Aftermarket Frictions and the Cost of Off-Platform Options in Centralized Assignment Mechanisms

51 Pages Posted: 18 Jul 2022 Last revised: 4 Sep 2022

See all articles by Adam Kapor

Adam Kapor

Princeton University

Mohit Karnani

Massachusetts Institute of Technology (MIT)

Christopher Neilson

Yale University

Date Written: July 2022

Abstract

We study the welfare and human-capital impacts of the configuration of on- and off-platform options in the context of Chile’s centralized higher education platform, leveraging administrative data and two policy changes: an expansion of the number of on-platform slots by approximately 40% and the introduction of a large scholarship program. We first show that more programs’ joining the platform led students to start college sooner and raised the share of students who graduated on time. We then develop a model of college applications, offers, waitlists, and matriculation choices, which we estimate using students’ ranked-ordered applications, on- and off-platform enrollment, and on-time graduation outcomes. When more programs join the platform, welfare increases, and the extent of aftermarket frictions matters less for welfare, enrollment, and graduation rates. High-SES students have greater access to off-platform options, and gains from platform expansion are larger for students from lower-SES backgrounds. Our results indicate that expanding the scope of a higher education platform can have real impacts on welfare and human capital.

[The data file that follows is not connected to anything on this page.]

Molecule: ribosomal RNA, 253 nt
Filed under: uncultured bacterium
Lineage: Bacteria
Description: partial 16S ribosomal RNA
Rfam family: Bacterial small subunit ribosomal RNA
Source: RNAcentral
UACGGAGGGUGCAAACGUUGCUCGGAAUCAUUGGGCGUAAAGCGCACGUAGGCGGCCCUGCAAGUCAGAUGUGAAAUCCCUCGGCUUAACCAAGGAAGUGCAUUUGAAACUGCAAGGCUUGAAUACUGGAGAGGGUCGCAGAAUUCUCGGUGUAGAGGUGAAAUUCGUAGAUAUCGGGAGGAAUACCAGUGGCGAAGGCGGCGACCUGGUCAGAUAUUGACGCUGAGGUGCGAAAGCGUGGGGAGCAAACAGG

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Suggested Citation

Kapor, Adam and Karnani, Mohit and Neilson, Christopher, Aftermarket Frictions and the Cost of Off-Platform Options in Centralized Assignment Mechanisms (July 2022). NBER Working Paper No. w30257, Available at SSRN: https://ssrn.com/abstract=4165329

Adam Kapor (Contact Author)

Princeton University ( email )

22 Chambers Street
Princeton, NJ 08544-0708
United States

Mohit Karnani

Massachusetts Institute of Technology (MIT)

Christopher Neilson

Yale University ( email )

New Haven, CT 06520
United States

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